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Purves D, Augustine GJ, Fitzpatrick D, et al., editors. Neuroscience. 2nd edition. Sunderland (MA): Sinauer Associates; 2001.

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Neuroscience. 2nd edition.

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The Ventricular System

The cerebral ventricles are a series of interconnected, fluid-filled spaces that lie in the core of the forebrain and brainstem (Figure 1.17). The presence of ventricular spaces in the various subdivisions of the brain reflects the fact that the ventricles are the adult derivatives of the open space or lumen of the embryonic neural tube (see Chapter 22). Although they have no unique function, the ventricular spaces present in sections through the brain provide another useful guide to location. The largest of these spaces are the lateral ventricles (one within each of the cerebral hemispheres). These particular ventricles are best seen in frontal sections, where their ventral surface is usually defined by the basal ganglia, their dorsal surface by the corpus callosum, and their medial surface by the septum pellucidum, a membranous tissue sheet that forms part of the midline sagittal surface of the cerebral hemispheres. The third ventricle forms a narrow midline space between the right and left thalamus, and communicates with the lateral ventricles through a small opening at the anterior end of the third ventricle (called the interventricular foramen). The third ventricle is continuous caudally with the cerebral aqueduct, which runs though the midbrain. At its caudal end, the aqueduct opens into the fourth ventricle, a larger space in the dorsal pons and medulla. The fourth ventricle narrows caudally to form the central canal of the spinal cord. The ventricles are filled with cerebrospinal fluid, and the lateral, third, and fourth ventricles are the site of the choroid plexus, which produces this fluid. The cerebrospinal fluid percolates through the ventricular system and flows into the subarachnoid space through perforations in the thin covering of the fourth ventricle; it is eventually absorbed by specialized structures called arachnoid villi or granulations (see Figure 1.18), and returned to the venous circulation.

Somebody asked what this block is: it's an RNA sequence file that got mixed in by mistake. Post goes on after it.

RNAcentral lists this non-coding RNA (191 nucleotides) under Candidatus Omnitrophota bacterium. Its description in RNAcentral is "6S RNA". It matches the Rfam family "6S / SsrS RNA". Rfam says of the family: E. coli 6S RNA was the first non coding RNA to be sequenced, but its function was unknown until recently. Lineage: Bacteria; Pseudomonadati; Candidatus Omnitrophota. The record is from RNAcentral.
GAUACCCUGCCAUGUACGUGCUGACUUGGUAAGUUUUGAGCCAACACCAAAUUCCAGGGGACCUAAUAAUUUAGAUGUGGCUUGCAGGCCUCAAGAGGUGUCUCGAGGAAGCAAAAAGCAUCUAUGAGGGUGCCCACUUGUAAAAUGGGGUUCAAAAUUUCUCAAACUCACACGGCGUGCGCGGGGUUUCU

Figure 1.17. The ventricular system of the human brain.

Figure 1.17

The ventricular system of the human brain. (A) Location of the ventricles as seen in a transparent left lateral view. (B) Table showing the ventricular spaces associated with each of the major subdivisions of the brain. (See Chapter 22 for an account (more...)

Figure 1.18. The meninges.

Figure 1.18

The meninges. Upper left panel is a midsagittal view showing the three layers of the meninges in relation to the skull and brain. Right panels are blowups to show detail.

By agreement with the publisher, this book is accessible by the search feature, but cannot be browsed.

Copyright © 2001, Sinauer Associates, Inc.
Bookshelf ID: NBK11083


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